How many times have you or I been stumped by a question concerning God, Jesus, the Bible, something within the Bible, or some theological question and you tried to bluff your way through? The Trinity. God became flesh. The Sovereignty of God. Predestination/Election. The Second Coming. And so many more.

Seems it would be better to say, “I don’t know the answer to that” or “I’ll try to find the answer” than to try to bluff and be found out to be a Pharisee.

“Father, teach me humility and the willingness to admit I don’t know the answer to a tough question. I’m not expected to know it all anyway. Help me to keep seeking You and Your Word.”

June 15

Monday, June 15th, 2020

Goethe once said:

We must always change, renew, and rejuvenate ourselves; otherwise we harden.

He’s right when speaking of changing and moving with the tide, so to speak. But we must always remember there is one thing which never changes: TRUTH. Truth is not always popular, but it is always right.

We live in an age where truth is relative. We have no absolutes. That is post-modernism’s jig. It is seen in a recent documentary which played on ESPN on the life of disgraced cyclist-Lance Armstrong. At the very beginning the interviewer-who is also the shows writer/producer-asks Lance about the truth. He answers: “I will tell you the truth, my truth. (Emphasis mine).  Arrogance personified.  My truth as seen through my eyes. No moorings; no truth.

How typical of our day and age. Truth is what you or I make it to be.  Take the foundation away and all that is left is well…whatever I think is right. So right and wrong shift. It is “truth according to me.” Imagine if you would the writers of the Gospels, the life of Jesus. It would not be The Gospel of Matthew but the Gospel According to Matthew. Pick and choose what is true about Jesus. Can you see how the lack of truth is playing out in our world as well? Lie about the virus to fuel our agenda (political or financial or whatever else there is). Lie about events to cover the up the truth. When truth is compromised, chaos ensues. It happens in the church. Compromise the truth and the slope starts tilting even more. Compromise has an ugly end. No good comes out of it. I’m not talking about stubbornness/opinion in standing your ground. I’m talking about giving up truth. Opinions can be  compromised; truth cannot.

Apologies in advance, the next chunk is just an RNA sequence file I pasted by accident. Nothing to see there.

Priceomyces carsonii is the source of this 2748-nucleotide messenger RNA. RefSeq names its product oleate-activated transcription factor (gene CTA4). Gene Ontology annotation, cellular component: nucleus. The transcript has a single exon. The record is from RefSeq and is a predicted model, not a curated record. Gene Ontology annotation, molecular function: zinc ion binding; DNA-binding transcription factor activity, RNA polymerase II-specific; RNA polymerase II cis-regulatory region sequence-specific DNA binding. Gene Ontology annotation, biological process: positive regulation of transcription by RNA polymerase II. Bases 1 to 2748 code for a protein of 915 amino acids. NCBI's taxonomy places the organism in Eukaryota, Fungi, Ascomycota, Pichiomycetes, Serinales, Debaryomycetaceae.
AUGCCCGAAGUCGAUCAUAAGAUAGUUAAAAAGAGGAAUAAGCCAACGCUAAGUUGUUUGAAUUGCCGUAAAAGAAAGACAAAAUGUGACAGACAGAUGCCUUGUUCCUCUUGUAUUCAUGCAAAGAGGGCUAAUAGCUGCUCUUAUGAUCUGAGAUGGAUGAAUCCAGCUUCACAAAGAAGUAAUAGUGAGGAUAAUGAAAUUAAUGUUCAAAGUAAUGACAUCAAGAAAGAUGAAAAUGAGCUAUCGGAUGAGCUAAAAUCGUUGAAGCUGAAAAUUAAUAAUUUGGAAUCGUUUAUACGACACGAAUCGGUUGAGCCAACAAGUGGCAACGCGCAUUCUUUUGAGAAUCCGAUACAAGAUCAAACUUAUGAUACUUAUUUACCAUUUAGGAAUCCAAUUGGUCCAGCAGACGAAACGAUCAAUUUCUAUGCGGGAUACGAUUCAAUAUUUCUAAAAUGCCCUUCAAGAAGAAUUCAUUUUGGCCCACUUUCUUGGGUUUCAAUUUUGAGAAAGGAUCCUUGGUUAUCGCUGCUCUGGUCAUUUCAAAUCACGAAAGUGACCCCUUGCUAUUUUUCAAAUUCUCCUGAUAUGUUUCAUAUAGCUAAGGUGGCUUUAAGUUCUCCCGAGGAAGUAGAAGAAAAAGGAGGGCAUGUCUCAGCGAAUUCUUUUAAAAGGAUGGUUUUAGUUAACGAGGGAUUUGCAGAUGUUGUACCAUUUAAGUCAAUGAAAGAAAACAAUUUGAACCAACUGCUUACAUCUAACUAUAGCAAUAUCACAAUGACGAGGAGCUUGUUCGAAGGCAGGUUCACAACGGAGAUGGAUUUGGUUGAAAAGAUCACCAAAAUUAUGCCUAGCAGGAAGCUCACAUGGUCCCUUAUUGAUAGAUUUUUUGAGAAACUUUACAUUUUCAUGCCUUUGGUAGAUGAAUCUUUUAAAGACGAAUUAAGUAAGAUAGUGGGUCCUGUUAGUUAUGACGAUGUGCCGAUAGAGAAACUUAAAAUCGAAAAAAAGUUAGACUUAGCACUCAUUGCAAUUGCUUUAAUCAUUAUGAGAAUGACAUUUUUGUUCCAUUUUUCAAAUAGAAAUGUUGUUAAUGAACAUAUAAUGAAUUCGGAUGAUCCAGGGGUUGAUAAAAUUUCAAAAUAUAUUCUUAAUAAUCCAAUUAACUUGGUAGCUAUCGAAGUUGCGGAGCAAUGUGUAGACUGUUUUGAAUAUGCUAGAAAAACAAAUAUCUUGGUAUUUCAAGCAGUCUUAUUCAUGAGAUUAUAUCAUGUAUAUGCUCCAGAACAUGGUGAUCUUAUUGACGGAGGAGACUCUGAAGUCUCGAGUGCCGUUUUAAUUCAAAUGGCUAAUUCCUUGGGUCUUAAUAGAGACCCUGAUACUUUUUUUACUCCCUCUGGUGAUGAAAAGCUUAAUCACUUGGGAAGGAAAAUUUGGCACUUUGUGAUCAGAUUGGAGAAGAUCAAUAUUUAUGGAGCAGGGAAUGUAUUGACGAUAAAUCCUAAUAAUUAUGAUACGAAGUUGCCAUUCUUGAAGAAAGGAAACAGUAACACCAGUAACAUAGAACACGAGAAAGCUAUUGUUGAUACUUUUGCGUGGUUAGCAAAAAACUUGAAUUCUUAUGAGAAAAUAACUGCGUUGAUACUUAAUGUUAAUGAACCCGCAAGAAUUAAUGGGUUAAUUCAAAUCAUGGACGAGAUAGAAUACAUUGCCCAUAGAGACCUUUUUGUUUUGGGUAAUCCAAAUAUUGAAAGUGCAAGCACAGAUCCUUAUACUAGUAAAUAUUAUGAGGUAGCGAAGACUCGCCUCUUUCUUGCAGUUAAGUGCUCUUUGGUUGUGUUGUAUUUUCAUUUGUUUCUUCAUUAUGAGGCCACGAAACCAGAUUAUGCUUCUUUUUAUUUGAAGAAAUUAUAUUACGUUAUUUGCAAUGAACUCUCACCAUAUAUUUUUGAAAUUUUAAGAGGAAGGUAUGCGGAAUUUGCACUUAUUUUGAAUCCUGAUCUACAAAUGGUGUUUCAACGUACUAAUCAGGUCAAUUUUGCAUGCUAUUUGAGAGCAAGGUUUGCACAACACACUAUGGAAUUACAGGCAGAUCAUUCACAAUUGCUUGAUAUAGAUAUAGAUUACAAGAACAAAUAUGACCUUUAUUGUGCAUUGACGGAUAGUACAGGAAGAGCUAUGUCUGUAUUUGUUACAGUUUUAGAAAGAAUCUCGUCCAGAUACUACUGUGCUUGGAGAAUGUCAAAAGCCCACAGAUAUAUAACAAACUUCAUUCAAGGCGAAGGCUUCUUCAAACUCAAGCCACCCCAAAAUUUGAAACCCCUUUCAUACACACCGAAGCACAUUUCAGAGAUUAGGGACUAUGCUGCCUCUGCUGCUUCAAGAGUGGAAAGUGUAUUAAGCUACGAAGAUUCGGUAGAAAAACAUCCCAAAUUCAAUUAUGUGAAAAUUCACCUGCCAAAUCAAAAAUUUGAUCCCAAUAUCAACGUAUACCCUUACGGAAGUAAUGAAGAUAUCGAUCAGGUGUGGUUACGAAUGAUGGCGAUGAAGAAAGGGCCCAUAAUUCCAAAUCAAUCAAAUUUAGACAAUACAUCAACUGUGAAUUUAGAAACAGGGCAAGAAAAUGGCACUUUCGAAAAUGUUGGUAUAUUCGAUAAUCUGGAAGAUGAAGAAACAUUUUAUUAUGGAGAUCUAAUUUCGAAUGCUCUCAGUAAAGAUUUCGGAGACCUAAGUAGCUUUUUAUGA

“Father, help me to fold fast to truth and never give in. Your truth never changes no matter what.”

June 12

Friday, June 12th, 2020

One of the sayings which was used ad infinitum, ad nauseum during the COV”ID-19 crisis was “we are in this together.” While that is true to some extent (it is affecting all of our lives), it is also not true to some extent. It is hard to be in something together where the other person-or I myself- is belligerent and hard to get along with. I’ve seen it happen in sports, government, marriage, and yes, in churches.